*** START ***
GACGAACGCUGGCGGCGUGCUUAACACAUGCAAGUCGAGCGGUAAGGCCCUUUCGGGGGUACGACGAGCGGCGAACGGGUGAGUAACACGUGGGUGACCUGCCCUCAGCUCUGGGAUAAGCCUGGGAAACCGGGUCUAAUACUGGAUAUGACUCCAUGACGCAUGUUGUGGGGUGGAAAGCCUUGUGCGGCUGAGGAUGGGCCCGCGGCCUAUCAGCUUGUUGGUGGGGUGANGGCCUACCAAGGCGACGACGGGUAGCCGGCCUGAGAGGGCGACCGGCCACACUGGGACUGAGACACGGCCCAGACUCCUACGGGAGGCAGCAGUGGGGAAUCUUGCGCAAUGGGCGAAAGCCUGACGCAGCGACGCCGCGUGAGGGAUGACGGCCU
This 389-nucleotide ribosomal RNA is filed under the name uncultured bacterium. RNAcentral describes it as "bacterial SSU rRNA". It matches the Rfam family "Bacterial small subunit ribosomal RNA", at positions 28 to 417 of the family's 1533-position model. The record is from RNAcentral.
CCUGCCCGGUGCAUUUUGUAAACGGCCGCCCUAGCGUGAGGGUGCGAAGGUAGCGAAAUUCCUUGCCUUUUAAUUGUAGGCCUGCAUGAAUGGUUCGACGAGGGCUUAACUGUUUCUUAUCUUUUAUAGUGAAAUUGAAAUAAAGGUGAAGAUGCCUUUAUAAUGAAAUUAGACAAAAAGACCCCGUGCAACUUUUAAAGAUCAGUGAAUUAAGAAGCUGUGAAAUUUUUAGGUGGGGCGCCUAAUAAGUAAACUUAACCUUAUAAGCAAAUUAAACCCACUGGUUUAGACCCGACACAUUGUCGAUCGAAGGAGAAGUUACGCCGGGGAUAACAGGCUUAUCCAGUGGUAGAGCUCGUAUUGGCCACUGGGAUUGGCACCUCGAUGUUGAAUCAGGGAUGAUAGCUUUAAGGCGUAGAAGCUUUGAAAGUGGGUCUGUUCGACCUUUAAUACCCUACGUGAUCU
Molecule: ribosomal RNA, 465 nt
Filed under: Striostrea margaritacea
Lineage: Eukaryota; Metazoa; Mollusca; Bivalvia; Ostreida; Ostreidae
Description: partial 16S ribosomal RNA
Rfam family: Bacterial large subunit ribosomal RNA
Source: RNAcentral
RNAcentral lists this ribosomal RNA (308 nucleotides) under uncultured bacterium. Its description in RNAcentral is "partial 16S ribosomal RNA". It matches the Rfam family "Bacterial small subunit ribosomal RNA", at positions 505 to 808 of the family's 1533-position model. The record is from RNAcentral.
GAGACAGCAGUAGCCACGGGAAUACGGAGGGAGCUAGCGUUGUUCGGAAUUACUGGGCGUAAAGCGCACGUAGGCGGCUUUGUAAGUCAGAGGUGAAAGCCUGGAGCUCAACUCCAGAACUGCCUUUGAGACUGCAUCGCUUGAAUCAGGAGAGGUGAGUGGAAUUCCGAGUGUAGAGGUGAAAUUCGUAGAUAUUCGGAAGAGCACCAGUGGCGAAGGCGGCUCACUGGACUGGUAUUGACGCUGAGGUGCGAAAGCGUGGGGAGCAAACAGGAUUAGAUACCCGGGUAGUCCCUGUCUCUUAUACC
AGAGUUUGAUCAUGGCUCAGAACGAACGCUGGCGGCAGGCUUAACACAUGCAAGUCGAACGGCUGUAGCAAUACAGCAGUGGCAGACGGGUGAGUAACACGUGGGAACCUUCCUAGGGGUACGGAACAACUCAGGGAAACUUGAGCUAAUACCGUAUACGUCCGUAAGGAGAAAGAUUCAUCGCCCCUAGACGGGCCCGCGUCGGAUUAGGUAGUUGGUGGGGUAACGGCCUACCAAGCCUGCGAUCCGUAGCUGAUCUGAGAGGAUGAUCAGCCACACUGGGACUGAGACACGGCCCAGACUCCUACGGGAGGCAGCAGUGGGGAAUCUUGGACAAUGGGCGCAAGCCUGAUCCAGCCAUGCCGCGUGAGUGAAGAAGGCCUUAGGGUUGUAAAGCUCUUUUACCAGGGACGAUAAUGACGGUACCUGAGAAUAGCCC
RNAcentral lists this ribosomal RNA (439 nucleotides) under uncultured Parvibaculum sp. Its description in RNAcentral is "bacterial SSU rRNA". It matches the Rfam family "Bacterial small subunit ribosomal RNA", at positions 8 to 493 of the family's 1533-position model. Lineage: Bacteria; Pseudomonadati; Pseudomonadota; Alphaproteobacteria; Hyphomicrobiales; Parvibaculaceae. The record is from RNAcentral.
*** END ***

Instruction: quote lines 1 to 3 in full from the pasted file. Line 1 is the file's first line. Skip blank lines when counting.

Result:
GACGAACGCUGGCGGCGUGCUUAACACAUGCAAGUCGAGCGGUAAGGCCCUUUCGGGGGUACGACGAGCGGCGAACGGGUGAGUAACACGUGGGUGACCUGCCCUCAGCUCUGGGAUAAGCCUGGGAAACCGGGUCUAAUACUGGAUAUGACUCCAUGACGCAUGUUGUGGGGUGGAAAGCCUUGUGCGGCUGAGGAUGGGCCCGCGGCCUAUCAGCUUGUUGGUGGGGUGANGGCCUACCAAGGCGACGACGGGUAGCCGGCCUGAGAGGGCGACCGGCCACACUGGGACUGAGACACGGCCCAGACUCCUACGGGAGGCAGCAGUGGGGAAUCUUGCGCAAUGGGCGAAAGCCUGACGCAGCGACGCCGCGUGAGGGAUGACGGCCU
This 389-nucleotide ribosomal RNA is filed under the name uncultured bacterium. RNAcentral describes it as "bacterial SSU rRNA". It matches the Rfam family "Bacterial small subunit ribosomal RNA", at positions 28 to 417 of the family's 1533-position model. The record is from RNAcentral.
CCUGCCCGGUGCAUUUUGUAAACGGCCGCCCUAGCGUGAGGGUGCGAAGGUAGCGAAAUUCCUUGCCUUUUAAUUGUAGGCCUGCAUGAAUGGUUCGACGAGGGCUUAACUGUUUCUUAUCUUUUAUAGUGAAAUUGAAAUAAAGGUGAAGAUGCCUUUAUAAUGAAAUUAGACAAAAAGACCCCGUGCAACUUUUAAAGAUCAGUGAAUUAAGAAGCUGUGAAAUUUUUAGGUGGGGCGCCUAAUAAGUAAACUUAACCUUAUAAGCAAAUUAAACCCACUGGUUUAGACCCGACACAUUGUCGAUCGAAGGAGAAGUUACGCCGGGGAUAACAGGCUUAUCCAGUGGUAGAGCUCGUAUUGGCCACUGGGAUUGGCACCUCGAUGUUGAAUCAGGGAUGAUAGCUUUAAGGCGUAGAAGCUUUGAAAGUGGGUCUGUUCGACCUUUAAUACCCUACGUGAUCU